Genetic and Mass Spectrometric Tools for Elucidating the Physiological Function(s) of Cytochrome P450 Enzymes from Mycobacterium tuberculosis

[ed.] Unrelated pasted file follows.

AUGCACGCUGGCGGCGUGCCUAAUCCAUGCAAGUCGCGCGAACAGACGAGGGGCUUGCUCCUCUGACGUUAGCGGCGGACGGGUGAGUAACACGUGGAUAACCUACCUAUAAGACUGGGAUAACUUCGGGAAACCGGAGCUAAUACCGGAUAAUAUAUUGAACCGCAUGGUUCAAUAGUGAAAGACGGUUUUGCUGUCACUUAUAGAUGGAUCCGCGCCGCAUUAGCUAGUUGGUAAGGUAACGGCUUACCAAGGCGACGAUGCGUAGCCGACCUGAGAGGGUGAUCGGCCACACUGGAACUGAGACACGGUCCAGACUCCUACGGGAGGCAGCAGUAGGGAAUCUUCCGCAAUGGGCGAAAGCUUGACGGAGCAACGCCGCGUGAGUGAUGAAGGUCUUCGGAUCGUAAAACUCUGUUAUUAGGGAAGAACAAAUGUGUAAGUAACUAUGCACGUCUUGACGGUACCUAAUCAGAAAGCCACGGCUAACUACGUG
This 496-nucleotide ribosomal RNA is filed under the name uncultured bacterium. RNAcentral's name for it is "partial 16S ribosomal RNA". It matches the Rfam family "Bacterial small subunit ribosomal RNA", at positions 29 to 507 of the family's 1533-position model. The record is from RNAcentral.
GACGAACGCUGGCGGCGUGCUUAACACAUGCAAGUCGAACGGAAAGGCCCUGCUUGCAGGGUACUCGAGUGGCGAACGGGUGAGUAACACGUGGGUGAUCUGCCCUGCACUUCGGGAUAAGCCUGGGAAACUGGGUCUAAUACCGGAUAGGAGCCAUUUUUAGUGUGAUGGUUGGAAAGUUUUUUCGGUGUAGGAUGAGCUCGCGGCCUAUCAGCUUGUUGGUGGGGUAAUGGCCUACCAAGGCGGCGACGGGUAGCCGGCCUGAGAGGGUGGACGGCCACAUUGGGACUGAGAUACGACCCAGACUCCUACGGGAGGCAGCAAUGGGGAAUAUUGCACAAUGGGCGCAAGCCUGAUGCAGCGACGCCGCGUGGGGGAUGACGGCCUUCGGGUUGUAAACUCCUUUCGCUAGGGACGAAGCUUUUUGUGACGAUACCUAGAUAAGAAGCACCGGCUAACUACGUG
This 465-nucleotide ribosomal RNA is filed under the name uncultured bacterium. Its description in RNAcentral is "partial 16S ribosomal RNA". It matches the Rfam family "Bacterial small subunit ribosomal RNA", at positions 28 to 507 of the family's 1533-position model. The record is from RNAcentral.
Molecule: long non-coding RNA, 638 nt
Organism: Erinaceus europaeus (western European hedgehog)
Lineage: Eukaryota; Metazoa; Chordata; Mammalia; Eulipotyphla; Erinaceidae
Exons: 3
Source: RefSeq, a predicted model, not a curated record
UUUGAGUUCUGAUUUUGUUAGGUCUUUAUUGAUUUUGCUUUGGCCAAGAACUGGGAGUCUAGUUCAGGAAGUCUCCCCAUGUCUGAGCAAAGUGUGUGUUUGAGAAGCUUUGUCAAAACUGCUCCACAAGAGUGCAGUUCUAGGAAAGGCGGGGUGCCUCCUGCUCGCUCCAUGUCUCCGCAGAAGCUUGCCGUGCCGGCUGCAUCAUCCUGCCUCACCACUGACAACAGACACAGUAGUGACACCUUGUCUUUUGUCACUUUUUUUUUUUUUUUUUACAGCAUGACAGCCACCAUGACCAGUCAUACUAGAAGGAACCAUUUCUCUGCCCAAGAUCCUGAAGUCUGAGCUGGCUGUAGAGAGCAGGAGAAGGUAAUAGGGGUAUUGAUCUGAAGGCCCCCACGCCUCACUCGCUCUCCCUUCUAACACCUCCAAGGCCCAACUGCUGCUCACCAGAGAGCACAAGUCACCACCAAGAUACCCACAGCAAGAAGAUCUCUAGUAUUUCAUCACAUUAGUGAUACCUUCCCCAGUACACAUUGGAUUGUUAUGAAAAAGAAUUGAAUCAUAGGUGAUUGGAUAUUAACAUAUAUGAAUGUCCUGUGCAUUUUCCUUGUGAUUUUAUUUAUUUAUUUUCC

Tuberculosis remains a leading cause of human mortality. The emergence of strains of Mycobacterium tuberculosis (Mtb), the causative agent, that are resistant to first and second frontline antitubercular drugs urges the development of new therapeutics. The genome of Mtb encodes twenty cytochrome P450 enzymes, at least some of which are potential candidates (CYP121, CYP125 and CYP128) for drug targeting. In this regard, we examined the specific role of CYP125 in the cholesterol degradation pathway using genetic and mass spectrometric approaches. The analysis of lipid profiles from Mtb cells grown on cholesterol revealed that CYP125, by virtue of its C26-monooxygenase activity, is essential for cholesterol degradation, and consequently for the incorporation of side-chain carbon atoms into cellular lipids, as evidenced by an increase in the mass of the methyl-branched phthiocerol dimycocerosates (PDIMs). Moreover, this work also led to the identification of cholest-4-en-3-one as a source of cellular toxicity. Herein, we describe the experimental procedures that led to elucidation of the physiological function of CYP125. A similar approach can be used to study other important Mtb P450 enzymes.